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Source: City of Coventry

Published Friday, 01 May 2020

Coventry residents have been giving their views on a range of schemes which will enable reductions in NO2 levels in Coventry without the need to introduce a Clean Air Zone (CAZ D).

More than 150 individuals and groups have already fed back on proposals – and now because of COVID-19 restrictions the Council has decided to extend the consultation by a further five weeks to enable people to respond.

The consultation was due to end on 26 April, but will now run through to 31 May. To take part in the consultation by visiting our Let’s Talk website.

A CAZ D would have affected all vehicles that do not meet certain air pollution standards. For the scheme to work some cars and other types of vehicle would have faced a charge to drive into a large part of the city. The Council always felt there was a better way of achieving the air quality objectives, and last year put forward its preferred package of measures.

In February, the Government wrote to the Council in support of Coventry’s proposals which set out to reduce Nitrogen Dioxide emissions, benefiting residents through cleaner air and better health.

A legal direction from the Government means that Coventry will need to submit a final full business case. The submission date was 19 June but is now likely to be later in the year to reflect the lengthened consultation period.

The consultation identifies a combination of measures in the area around Holyhead Road, through Spon End from Hearsall Lane to Junction 7 of the Ring Road, and on Foleshill Road. All of these are being planned to avoid the introduction of a CAZ.

Cllr Jim O’Boyle Cabinet Member for Jobs and Regeneration said: “We had planned public drop-in sessions to explain more about the plans but because of COVID-19 restrictions we cancelled these.

“We had already spoken to dozens of people when we discussed proposals in December 2018.

”When we did, residents and businesses were generally opposed to the idea of a charging CAZ D and in favour of various highways and other measures to address NOemissions.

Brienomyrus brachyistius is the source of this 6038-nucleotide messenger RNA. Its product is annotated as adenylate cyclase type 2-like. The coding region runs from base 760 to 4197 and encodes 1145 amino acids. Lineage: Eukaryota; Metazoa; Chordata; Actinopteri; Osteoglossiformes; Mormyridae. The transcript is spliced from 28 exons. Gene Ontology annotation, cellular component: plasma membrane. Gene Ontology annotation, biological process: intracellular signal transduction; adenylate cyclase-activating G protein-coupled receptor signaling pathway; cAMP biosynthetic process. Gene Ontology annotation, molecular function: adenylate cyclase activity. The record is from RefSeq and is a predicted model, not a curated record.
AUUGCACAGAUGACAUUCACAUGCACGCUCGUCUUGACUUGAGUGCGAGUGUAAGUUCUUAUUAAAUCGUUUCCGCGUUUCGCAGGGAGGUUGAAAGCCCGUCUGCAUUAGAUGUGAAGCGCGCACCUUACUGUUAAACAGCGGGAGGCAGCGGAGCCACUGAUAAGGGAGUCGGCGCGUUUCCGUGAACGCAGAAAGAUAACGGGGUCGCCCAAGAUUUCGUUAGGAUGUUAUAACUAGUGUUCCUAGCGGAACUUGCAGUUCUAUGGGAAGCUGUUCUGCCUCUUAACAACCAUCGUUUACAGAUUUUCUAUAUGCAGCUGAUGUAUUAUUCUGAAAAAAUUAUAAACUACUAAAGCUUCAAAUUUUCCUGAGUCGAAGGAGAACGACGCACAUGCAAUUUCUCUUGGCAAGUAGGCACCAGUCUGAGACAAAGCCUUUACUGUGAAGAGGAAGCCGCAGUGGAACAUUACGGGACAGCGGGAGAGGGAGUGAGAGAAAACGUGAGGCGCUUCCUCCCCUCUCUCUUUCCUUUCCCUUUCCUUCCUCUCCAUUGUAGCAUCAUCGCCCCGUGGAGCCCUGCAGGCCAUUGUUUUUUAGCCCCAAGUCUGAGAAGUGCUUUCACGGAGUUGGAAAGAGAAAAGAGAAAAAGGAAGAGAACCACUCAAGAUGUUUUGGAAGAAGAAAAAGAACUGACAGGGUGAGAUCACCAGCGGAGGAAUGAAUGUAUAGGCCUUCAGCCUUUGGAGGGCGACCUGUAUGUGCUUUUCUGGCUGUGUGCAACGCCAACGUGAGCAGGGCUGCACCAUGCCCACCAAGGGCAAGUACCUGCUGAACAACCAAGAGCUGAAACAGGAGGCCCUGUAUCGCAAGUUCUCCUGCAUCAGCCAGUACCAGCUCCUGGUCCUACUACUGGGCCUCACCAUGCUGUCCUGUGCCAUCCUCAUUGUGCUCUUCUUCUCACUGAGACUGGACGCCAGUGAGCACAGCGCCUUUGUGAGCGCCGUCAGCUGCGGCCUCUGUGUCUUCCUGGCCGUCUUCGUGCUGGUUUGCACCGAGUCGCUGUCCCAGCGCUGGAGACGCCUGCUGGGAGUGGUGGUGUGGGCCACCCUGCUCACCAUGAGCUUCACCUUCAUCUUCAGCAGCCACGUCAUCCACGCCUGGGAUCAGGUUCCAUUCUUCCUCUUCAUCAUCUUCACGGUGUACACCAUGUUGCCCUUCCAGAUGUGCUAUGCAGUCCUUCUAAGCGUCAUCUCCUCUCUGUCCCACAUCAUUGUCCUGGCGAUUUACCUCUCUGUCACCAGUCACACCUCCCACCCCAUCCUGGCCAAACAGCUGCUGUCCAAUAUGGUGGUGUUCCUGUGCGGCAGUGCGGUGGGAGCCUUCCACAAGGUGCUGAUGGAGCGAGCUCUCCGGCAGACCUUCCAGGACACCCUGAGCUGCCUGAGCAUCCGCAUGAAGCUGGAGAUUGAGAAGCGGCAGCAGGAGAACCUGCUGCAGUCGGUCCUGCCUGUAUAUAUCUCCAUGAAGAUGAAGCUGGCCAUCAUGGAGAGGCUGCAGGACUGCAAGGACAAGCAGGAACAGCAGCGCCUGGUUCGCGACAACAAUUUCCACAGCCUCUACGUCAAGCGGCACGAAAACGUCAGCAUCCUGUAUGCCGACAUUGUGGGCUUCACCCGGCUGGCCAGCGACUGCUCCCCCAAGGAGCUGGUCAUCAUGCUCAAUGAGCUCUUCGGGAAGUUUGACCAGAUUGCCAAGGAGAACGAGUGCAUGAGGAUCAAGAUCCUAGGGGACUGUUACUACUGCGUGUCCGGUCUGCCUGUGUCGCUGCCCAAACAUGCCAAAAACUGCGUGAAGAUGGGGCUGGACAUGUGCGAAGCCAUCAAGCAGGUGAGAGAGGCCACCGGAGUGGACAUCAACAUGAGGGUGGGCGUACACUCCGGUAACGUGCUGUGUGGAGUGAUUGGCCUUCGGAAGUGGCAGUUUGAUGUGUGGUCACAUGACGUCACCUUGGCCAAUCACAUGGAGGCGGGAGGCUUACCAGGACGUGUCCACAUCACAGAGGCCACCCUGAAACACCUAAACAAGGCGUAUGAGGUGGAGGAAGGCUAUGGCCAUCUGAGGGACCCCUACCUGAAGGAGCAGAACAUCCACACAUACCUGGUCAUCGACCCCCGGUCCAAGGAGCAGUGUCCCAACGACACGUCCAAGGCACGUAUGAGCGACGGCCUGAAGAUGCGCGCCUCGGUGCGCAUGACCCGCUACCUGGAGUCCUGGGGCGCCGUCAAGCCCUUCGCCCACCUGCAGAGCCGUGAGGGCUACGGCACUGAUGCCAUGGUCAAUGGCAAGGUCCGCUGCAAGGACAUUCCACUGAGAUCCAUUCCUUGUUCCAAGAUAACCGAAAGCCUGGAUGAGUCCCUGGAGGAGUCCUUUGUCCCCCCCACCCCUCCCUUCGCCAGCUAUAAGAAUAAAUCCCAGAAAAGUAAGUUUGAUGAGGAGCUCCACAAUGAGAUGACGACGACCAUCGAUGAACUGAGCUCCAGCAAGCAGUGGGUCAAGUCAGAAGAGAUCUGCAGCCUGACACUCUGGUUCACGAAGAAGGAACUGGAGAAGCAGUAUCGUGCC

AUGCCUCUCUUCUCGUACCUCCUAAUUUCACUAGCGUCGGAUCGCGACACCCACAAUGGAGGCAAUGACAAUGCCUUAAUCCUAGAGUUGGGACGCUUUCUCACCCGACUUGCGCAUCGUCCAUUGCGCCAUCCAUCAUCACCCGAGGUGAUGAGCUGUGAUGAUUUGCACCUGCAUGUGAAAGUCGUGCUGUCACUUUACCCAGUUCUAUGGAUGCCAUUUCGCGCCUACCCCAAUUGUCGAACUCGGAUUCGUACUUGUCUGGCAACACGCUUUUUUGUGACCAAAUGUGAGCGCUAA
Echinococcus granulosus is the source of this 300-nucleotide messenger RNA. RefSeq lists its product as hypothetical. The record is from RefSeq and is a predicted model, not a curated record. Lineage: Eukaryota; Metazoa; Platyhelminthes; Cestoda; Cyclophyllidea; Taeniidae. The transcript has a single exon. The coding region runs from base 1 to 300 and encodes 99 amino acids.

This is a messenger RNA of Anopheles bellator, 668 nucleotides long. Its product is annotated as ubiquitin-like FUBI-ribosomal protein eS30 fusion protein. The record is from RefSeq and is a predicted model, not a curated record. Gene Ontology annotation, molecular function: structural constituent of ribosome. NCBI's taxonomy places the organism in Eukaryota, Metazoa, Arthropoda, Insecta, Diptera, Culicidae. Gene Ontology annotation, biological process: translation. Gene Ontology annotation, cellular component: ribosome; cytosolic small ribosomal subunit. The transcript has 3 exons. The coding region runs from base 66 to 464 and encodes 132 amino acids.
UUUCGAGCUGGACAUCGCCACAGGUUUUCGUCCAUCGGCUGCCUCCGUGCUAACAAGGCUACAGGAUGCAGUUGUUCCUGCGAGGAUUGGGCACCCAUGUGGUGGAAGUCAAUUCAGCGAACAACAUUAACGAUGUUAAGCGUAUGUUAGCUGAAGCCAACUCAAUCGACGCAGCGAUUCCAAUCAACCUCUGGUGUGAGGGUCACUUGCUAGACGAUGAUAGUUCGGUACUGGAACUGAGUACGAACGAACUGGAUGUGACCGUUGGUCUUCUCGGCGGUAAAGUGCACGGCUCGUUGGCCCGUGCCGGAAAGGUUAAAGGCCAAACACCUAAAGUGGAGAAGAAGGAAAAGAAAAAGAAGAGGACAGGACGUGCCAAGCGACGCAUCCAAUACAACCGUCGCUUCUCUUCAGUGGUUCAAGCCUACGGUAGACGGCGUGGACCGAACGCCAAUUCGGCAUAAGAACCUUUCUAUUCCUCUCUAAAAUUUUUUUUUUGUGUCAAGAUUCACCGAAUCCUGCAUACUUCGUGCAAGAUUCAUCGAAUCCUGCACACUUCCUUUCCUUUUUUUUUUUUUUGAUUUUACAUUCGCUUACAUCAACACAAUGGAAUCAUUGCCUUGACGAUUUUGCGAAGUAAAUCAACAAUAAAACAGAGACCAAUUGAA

“That’s why these measures are now being developed in more detail.

“There are already a variety of other projects happening across the city to improve air pollution.”   

He added: “Local people and businesses rejected a CAZ D so the challenge now is to achieve NO2 reductions through a combination of behaviour change, cleaner vehicles and targeted junction and road layout improvements in areas where NO2 levels are above the legal limit.”

“We want to explain more about these schemes and it was important that due to the current social restrictions we give people more time to respond.”

The COVID-19 outbreak and the resulting social distancing, travel restrictions and self-isolation measures has meant evidence of less traffic and NO2 pollution but the figures are likely to rise once lock-down measures begin to ease.

The package of measures include:

  • Capacity improvements on the B4106 through Spon End and Junction 7 of the Ring Road, including improved routes for pedestrians and cyclists;
  • Opening Upper Hill Street onto the Ring Road, giving left in/left out access to the Ring Road via the anti-clockwise on-slip road at Junction 8
  • Closure of Barras Lane between the A4114 Holyhead Road and Coundon Road/Upper Hill Street allowing the removal of the signals at the Barras Lane / Holyhead Road junction;
  • Reducing the number of polluting vehicles by introducing restrictions on the eastern section of the A4114 Holyhead Road on the approach to Junction 8;
  • Construction of a segregated cycle route linking Coundon with the city centre along Coundon Road and Upper Hill Street;
  • Engagement initiative (travel planning) for schools, businesses and communities along Holyhead Road Corridor;
  • Banning the right turn from Cash’s Lane onto Foleshill Road
  • HGV ban on part of Foleshill Road;
  • Assigning electric buses to Foleshill Road.

Coventry has been awarded grant funding of £24.5m to implement the schemes.

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